Despite many years on the Playa, I have to admit the heat is oppressive.
This is a different kind of heat. Every evening for the past two days tremendous thunderstorms have sporadically blasted over the festival site, sending lightning shooting across the sky and dousing everything in tepid rain. The result is a humid sweltering slickness that sticks to your skin. It makes me long for playa dust to dry things out.
I turn to Jana Polnischova, the young woman sitting next to me and ask what the temperature is.
“Oh, it’s 35 degrees at least, maybe as high as 38,” she says.
I do the mental calculation and figure that yeah, it’s well over 95 degrees Fahrenheit, maybe 102. So… it’s 1 pm on Saturday and it’s definitely hot.
Up on the stage Burning Man LLC founding members Larry Harvey and Marian Goodell are both sitting in chairs smiling. They’ve got a couple of stand-up fans spinning three feet away trying to keep them cool, but even so it’s clear there’s no way either is really comfortable. Standing next to them is Michal Kaščák, our host, and he’s smiling out at the audience as he speaks rapid-fire Slovakian into his microphone. (more…)
[Matt is a professional writer and editor, former journalist, and a proud member of the Death Guild (see: Thunderdome) since 2000. We’ve invited him to write a series of book reviews for the Burning Blog … this is his first installment. Please note that Matt’s opinions don’t necessarily reflect those of the Burning Man Organization.]
It’s not easy to write about Burning Man.
By its very nature Burning Man is difficult to describe accurately. Most news articles end up labeling the Burn as some sort of “dance party with art in the desert,” with the possible descriptive word like “rave” or “hippy” thrown in for effect. But as any Burner knows, that’s nowhere near close to what really encompasses a proper description of all that Burning Man is.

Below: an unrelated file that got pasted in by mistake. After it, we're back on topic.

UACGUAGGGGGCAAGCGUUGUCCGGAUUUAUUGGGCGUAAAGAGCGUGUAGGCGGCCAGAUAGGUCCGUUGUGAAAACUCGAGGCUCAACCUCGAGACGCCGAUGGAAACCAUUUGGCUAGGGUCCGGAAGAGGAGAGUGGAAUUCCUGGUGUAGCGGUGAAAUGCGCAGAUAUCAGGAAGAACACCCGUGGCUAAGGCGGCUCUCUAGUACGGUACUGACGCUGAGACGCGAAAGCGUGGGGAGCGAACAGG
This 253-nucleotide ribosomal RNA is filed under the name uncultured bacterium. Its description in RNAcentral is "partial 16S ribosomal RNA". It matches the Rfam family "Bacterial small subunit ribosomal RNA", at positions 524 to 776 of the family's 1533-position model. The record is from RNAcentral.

The same problem applies to fictional stories set at Burning Man… it’s all well and good to try and set a story at the Burn, but usually they come off a bit like trying to describe a dream you had the night before. No matter how you try and explain it, it won’t come across quite right. The unattainable nature of what makes Burning Man… well, Burning Man, just doesn’t live very well on the page. It’s extremely difficult to accurately get across all the little details of the dust, and the heat, and the body paint and the technobeats long into the morning and everything else that’s a large part of why Burning Man continues year to year.
It was this literary challenge that I had foremost in my mind when I read “The Man Burns Tonight,” by Donn Cortez. Touted as “A Novel of Murder, Madness… and the Burning Man Festival” it follows a Virgin Burner’s arrival at the Gate, and a subsequent murder he’s witness to. That main character, Dexter Edden, escapes the killer by rushing out onto the Playa. He soon fears he’ll be held complicit in the crime, and is therefore forced to interact with a strange cast of Burner characters around him as he tries to prove his innocence, by catching the killer of course.
Dexter Edden is almost the stereotypical newbie Burner in that he’s a nerdish programmer who doesn’t want to be there so much you can almost see the pastiness of his skin. Forced to attend by his overbearing boss who insists he needs to experience something different, Edden’s first such interaction getting spanked by Greeters in drag and running screaming back into his RV, refusing to come out again. Having decided that he’ll begrudgingly spend the rest of the week hiding in the RV with his boss, it’s only witnessing the murder that forces him out to interact with others on the Playa. Which is, of course, where the story begins. (more…)